The procedure and processes to be followed in a Bermuda scheme of arrangement are set out in the Act and the timing of such steps will depend in large part upon the complexity of the contemplated restructuring. As a general proposition, a straightforward scheme will proceed on the following timetable:

Week 1: Originating Summons filed with the Bermuda Court, together with draft Scheme and Explanatory Statement.

Week 2: Order for directions made by the Bermuda Court.

Week 5: First Hearing before the Bermuda Court.

Week 7: Scheme meeting(s) held.

Week 8: Sanction Hearing before the Bermuda Court.

Week 8: Scheme filed with Bermuda Registrar of Companies.

Schemes of arrangement which interact with or impact upon a company's listing status, and "parallel schemes" being implemented across multiple jurisdictions, can take significantly longer than the indicative timeline set out above.

Case Study One – Restructuring of Titan Petrochemicals Group Limited

Titan Petrochemicals is a listed company on the Main Board of the Hong Kong Stock Exchange and has been a major player in the offshore and marine industry in China since it was founded in 2002. However, the oil trading and shipping downturns precipitated by the global financial crisis in 2009 forced Titan to restructure its debt in 2010 and divest itself of many of its profitable assets. By 2012, company creditors were threatening to commence insolvency proceedings and in 2013 petitions were filed with the courts in Bermuda and Hong Kong seeking the winding-up of the company.

Following the appointment of provisional liquidators to the company by the Supreme Court of Bermuda on a creditor petition, the powers of those provisional liquidators were subsequently varied to 'light-touch' powers, to consult with the directors of the company to develop and implement a restructuring proposal.

The terms of that restructuring proposal were presented to the company's creditors in 2014. Essentially, it involved the company's noteholders agreeing to 'haircuts' of between 60 and 90% of the value of their respective debts, in exchange for cash and share options in the newly restructured company. Critical to the success of the restructuring was the support of Guangdong Zhenrong Energy Co., Ltd, Titan's major shareholder and 'white knight' investor.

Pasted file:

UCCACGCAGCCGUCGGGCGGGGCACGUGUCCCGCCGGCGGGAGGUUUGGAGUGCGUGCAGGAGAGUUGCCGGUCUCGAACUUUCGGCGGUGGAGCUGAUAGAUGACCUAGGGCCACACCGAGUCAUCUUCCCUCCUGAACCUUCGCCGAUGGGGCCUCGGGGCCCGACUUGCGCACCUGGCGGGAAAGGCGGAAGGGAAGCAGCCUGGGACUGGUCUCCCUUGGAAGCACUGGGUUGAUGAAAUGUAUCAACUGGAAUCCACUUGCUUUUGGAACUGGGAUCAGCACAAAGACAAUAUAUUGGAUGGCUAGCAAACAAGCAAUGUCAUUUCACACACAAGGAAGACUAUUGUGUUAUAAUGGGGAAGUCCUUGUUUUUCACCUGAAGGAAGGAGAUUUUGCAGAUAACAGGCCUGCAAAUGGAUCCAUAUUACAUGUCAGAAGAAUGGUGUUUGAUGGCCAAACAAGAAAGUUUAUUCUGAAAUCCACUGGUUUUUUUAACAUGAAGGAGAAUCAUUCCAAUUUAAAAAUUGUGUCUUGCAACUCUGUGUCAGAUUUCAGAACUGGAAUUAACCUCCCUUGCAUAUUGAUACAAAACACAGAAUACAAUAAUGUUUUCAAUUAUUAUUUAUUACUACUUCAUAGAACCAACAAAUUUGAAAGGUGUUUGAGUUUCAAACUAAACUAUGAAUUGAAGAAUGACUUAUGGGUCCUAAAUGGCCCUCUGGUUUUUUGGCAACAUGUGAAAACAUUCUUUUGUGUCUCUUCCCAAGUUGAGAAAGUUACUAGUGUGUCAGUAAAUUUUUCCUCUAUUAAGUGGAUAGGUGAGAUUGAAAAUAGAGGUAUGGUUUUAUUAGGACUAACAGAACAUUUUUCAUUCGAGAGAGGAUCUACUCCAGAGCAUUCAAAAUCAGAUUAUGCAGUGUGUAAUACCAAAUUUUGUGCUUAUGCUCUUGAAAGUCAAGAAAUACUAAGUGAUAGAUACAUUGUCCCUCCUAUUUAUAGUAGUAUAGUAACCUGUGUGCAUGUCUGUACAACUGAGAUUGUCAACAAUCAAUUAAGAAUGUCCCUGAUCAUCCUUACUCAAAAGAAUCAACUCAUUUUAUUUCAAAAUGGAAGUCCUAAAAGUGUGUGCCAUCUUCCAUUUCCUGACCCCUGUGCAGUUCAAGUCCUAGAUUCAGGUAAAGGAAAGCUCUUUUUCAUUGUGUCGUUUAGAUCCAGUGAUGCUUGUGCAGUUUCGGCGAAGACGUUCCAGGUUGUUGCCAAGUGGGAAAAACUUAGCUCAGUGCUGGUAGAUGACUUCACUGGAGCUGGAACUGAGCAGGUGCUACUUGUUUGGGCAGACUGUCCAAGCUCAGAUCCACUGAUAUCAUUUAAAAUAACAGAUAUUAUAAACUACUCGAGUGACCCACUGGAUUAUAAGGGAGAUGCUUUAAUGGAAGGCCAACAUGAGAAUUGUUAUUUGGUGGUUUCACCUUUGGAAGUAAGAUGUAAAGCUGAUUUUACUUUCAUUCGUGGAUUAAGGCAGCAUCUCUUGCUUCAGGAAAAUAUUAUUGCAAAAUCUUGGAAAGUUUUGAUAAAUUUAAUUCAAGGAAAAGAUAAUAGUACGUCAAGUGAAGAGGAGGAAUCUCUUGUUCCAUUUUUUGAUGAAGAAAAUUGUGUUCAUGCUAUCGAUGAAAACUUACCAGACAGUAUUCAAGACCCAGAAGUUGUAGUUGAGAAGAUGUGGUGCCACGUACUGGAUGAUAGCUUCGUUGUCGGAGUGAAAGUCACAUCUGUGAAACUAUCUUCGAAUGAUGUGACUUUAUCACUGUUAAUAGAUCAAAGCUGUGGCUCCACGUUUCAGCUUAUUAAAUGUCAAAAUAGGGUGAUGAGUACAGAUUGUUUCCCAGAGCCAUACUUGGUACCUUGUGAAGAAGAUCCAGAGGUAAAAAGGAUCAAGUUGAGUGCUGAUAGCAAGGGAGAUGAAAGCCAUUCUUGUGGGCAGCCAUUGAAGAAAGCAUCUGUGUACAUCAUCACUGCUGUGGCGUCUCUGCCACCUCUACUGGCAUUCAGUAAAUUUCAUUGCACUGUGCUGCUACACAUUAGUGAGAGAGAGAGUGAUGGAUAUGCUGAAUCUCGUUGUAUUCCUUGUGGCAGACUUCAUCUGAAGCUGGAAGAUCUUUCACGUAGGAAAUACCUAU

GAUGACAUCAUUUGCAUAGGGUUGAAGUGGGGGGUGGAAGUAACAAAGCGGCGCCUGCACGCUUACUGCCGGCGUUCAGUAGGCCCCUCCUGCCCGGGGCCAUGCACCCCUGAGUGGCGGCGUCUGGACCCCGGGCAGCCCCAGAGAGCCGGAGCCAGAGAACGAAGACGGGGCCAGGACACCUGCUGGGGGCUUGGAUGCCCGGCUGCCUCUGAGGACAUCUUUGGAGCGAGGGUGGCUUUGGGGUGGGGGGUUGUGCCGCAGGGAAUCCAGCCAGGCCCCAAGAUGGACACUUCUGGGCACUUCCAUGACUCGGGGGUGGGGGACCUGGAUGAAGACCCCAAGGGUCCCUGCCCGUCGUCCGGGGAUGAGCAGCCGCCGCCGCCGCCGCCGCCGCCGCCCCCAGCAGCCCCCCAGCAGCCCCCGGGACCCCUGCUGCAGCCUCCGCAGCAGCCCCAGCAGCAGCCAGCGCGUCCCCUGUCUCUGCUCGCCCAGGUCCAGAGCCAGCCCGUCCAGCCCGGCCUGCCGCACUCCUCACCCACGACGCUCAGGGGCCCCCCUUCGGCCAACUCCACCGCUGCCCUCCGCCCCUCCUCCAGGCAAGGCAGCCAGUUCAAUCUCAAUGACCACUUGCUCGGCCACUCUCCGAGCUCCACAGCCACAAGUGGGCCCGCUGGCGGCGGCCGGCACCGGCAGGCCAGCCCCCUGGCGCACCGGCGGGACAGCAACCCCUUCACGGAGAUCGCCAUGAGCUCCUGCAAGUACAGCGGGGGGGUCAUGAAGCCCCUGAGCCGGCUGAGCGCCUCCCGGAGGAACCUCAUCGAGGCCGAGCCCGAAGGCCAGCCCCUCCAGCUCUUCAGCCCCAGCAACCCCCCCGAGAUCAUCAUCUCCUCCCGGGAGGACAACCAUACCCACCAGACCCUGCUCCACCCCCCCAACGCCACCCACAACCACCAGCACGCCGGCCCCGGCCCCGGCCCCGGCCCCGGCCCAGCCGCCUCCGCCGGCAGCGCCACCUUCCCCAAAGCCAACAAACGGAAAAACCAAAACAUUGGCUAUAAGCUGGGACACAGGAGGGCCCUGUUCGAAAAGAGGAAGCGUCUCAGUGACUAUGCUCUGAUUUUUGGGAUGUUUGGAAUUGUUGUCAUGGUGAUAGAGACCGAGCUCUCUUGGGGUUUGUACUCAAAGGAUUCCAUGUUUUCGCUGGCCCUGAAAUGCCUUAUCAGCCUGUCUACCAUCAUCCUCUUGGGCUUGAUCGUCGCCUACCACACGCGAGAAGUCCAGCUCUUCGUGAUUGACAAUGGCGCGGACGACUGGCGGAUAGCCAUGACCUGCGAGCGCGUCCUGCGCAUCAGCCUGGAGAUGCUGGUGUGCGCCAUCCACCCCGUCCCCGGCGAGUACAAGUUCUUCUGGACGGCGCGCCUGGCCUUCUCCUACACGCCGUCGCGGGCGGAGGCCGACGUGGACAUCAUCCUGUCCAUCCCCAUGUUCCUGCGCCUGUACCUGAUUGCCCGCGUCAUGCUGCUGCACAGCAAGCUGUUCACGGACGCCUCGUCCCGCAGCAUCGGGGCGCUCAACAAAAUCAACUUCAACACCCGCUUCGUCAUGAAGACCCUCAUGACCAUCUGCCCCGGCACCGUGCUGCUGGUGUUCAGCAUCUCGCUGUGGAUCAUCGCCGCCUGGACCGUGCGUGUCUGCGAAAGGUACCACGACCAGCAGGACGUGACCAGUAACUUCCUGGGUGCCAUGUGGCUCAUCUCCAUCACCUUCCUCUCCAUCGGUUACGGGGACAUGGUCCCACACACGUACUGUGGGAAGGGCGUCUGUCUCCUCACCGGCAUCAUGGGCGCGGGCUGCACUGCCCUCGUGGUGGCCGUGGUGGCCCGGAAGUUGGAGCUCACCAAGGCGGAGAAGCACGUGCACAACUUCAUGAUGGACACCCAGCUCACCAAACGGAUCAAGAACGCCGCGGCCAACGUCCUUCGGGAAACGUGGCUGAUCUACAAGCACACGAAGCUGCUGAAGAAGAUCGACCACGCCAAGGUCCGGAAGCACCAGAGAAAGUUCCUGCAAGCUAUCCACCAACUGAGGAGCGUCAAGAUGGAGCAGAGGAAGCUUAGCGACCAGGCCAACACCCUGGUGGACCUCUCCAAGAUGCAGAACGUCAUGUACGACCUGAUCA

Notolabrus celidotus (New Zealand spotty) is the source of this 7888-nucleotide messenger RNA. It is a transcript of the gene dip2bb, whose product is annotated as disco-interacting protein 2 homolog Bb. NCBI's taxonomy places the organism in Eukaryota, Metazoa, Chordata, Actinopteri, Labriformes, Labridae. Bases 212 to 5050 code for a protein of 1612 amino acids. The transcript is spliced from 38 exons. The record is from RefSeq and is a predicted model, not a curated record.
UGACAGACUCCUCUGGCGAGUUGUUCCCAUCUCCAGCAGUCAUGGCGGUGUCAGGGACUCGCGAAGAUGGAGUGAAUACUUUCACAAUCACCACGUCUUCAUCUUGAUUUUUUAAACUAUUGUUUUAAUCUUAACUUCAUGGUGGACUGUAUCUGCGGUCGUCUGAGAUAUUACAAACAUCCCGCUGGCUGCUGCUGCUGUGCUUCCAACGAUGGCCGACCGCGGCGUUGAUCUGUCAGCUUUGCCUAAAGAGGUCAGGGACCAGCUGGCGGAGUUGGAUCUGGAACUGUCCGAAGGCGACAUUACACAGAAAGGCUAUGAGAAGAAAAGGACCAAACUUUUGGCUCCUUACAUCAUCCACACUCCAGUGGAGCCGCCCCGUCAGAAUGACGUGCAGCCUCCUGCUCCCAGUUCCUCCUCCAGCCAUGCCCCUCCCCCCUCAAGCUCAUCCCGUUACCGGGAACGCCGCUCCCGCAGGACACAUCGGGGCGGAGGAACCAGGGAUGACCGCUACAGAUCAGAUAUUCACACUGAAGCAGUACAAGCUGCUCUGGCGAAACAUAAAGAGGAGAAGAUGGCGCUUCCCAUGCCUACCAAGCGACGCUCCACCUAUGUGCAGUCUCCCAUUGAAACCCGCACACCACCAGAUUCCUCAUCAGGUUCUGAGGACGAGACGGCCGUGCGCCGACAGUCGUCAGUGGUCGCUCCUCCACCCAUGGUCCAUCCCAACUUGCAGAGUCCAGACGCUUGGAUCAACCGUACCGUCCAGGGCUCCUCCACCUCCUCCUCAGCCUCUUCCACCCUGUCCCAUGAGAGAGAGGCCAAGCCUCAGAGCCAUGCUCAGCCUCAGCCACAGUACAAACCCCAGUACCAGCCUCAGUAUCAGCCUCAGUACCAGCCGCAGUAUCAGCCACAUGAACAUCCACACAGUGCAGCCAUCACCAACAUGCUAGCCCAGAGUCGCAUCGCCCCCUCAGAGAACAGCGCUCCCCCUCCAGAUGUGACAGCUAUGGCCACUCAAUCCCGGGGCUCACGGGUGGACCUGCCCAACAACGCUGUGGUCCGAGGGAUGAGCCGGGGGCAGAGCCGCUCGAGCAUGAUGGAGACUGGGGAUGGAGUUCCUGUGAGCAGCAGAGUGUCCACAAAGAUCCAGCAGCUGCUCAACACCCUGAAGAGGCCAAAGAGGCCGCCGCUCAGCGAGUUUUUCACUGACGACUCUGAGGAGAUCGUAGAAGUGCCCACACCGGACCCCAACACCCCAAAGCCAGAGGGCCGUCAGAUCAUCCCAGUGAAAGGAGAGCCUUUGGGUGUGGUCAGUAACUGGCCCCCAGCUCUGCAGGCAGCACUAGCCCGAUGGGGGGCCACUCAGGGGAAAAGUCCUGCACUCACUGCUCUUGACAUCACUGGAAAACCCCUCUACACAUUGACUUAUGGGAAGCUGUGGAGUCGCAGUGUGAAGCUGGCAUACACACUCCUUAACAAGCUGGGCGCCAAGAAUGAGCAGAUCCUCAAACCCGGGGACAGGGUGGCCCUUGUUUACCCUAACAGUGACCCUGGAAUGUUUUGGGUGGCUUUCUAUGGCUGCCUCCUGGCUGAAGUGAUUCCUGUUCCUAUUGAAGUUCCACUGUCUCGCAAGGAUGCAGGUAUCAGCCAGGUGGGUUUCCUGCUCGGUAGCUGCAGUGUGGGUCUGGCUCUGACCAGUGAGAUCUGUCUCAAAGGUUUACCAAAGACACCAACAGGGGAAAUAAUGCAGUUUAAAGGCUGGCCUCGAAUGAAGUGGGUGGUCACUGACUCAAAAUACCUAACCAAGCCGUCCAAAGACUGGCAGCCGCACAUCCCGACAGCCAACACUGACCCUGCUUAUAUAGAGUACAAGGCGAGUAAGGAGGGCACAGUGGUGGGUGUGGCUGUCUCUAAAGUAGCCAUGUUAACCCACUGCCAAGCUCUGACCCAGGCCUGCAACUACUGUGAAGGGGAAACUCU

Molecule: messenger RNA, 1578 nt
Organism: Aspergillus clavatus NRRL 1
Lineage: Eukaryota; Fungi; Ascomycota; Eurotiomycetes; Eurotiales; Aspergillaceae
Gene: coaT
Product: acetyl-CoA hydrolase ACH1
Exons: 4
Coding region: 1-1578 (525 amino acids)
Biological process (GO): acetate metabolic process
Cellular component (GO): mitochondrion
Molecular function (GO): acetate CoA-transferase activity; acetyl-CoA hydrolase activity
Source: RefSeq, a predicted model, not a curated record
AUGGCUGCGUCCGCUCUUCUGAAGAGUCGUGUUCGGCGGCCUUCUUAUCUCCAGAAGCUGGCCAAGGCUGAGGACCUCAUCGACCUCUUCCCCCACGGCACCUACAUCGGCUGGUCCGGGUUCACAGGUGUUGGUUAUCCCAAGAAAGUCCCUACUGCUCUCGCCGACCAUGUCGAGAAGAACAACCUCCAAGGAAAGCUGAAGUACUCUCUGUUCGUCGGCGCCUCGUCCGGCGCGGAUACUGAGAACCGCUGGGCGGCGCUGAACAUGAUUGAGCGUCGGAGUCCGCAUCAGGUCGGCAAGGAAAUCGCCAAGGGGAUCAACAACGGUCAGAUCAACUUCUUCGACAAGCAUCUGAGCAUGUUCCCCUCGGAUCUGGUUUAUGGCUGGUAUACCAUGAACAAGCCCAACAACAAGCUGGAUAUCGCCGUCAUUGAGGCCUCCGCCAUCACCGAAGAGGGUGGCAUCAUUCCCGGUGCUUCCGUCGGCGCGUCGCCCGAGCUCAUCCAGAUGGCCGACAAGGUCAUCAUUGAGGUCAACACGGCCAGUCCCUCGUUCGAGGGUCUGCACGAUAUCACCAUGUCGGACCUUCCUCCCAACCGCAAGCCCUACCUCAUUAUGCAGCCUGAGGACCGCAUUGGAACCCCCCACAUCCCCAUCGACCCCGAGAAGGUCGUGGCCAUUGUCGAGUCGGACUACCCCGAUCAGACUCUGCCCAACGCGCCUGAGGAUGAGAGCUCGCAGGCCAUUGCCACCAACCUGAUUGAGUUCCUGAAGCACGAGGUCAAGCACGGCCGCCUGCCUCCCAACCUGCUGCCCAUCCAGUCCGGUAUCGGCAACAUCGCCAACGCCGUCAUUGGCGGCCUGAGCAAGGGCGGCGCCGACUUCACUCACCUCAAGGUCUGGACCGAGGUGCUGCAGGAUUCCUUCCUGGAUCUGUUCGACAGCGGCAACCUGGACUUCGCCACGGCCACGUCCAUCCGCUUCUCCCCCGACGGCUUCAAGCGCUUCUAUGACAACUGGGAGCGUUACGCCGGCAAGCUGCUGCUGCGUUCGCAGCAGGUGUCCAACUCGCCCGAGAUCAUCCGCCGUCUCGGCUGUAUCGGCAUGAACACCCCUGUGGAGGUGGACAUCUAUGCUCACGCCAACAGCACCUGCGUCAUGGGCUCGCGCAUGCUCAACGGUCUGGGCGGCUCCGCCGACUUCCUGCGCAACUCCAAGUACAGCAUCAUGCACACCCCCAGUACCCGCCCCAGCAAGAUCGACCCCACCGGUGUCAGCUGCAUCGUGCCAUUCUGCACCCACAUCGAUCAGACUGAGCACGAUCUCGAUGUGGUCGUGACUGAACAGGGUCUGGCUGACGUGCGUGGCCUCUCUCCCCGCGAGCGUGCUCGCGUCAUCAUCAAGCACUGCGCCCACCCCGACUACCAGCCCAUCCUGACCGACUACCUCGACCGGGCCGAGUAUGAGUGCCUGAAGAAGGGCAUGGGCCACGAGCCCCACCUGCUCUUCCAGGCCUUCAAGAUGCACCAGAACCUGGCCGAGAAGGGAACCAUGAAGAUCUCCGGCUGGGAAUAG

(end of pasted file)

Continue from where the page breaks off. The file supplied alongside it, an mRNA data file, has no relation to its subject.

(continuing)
The First Hearing was held on 15 September 2014, at which time the Bermuda Court approved the Scheme Booklet and made orders for the convening of the scheme meetings, which were held on 22 October 2014. Titan's scheme of arrangement was sanctioned by the Bermuda Court on 5 November 2014, and became effective the following day upon being filed with the Companies Registry. Following the discharge of the provisional liquidators, the company went on to recover its listing status on the Hong Kong Stock Exchange.

Case Study Two – Restructuring of Up Energy Development Group Limited

Up Energy Development Group Limited is the holding company for a corporate group engaged in the business of mining and processing coking coal in the People's Republic of China. Trading in the shares of Up Energy - listed on the Hong Kong Stock Exchange in January of 2011 - was suspended on 30 June 2016 following the presentation of winding up petitions against the company, first in Hong Kong and thereafter in Bermuda.

On 7 October 2016, provisional liquidators were appointed to Up Energy by order of the Bermuda Court upon the petition of an unsecured creditor in respect of a HK$150 million debt and following the filing of a winding-up petition in Hong Kong earlier in the year. The provisional liquidators took office in considerably difficult circumstances: the long-standing directors of the company had resigned and there was no unanimity amongst the unsecured creditor body which were collectively owed in excess of HK$1 billion. Following their appointment, the joint provisional liquidators advised the Court that in a forced insolvency scenario, the company's unsecured creditors were likely to recover between 0.62 and 3.77% of the amounts owed to them by the company.

In appointing provisional liquidators, Kawaley CJ (as he then was) confirmed the integral role which provisional liquidators play in developing and promoting schemes of arrangement in Bermuda: